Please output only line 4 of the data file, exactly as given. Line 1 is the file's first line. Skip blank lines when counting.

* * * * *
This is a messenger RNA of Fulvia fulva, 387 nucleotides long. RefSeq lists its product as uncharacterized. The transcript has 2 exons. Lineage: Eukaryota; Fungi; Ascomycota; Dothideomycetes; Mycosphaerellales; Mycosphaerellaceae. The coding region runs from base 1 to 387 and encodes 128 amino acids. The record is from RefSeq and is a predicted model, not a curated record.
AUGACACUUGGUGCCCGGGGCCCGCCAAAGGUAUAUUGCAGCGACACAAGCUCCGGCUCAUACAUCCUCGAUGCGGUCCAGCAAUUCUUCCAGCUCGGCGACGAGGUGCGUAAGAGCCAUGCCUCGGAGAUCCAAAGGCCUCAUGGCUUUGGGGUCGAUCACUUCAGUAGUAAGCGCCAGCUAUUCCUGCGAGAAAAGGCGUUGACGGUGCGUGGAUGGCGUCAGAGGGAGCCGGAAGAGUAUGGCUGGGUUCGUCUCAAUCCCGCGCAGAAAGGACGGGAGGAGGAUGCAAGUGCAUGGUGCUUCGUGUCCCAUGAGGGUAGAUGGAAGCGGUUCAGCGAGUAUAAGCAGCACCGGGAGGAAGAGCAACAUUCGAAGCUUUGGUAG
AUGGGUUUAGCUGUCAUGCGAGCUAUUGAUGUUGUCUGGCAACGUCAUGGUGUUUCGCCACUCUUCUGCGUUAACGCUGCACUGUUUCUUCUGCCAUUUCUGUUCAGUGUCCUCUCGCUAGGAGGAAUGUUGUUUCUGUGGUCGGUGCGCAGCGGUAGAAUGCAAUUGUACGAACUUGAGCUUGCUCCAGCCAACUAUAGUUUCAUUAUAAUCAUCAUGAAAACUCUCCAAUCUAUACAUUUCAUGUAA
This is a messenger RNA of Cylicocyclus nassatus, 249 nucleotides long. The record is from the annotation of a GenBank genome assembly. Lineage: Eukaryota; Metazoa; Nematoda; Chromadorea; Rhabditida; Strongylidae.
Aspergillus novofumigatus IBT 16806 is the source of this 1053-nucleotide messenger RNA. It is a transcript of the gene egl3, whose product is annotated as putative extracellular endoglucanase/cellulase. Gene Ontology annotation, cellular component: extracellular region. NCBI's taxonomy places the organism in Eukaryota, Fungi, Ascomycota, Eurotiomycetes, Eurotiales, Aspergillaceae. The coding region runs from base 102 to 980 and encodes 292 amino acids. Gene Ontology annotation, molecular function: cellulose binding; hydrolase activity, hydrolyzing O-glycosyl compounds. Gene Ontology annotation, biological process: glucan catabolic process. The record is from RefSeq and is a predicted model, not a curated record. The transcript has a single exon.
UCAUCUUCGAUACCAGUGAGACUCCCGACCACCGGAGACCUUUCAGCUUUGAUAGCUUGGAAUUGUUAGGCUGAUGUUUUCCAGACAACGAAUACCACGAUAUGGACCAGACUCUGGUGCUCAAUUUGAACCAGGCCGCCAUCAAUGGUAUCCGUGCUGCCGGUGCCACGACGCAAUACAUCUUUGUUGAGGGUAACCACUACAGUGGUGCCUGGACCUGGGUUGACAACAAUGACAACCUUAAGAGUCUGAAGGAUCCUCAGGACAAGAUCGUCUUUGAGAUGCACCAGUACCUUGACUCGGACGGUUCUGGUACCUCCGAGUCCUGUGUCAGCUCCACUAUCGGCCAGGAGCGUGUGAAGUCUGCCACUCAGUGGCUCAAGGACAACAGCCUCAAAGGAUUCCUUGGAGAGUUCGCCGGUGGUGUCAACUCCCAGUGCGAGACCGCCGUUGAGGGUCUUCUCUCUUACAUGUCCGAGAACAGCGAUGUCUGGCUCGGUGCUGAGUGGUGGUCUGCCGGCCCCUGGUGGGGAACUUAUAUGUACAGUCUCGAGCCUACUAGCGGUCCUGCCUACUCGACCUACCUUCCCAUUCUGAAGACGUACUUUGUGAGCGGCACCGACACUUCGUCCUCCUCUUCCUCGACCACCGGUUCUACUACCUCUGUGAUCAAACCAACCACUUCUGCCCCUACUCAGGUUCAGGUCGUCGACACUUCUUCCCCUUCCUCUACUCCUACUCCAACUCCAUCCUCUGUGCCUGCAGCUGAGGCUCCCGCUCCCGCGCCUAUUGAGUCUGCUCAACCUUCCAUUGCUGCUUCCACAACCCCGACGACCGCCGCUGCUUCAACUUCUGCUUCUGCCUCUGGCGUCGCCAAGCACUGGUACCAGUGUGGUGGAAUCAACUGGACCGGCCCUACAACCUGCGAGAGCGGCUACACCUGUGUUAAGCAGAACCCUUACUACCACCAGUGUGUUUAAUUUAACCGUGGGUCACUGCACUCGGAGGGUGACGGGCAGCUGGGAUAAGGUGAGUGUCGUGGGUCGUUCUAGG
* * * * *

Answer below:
This is a messenger RNA of Cylicocyclus nassatus, 249 nucleotides long. The record is from the annotation of a GenBank genome assembly. Lineage: Eukaryota; Metazoa; Nematoda; Chromadorea; Rhabditida; Strongylidae.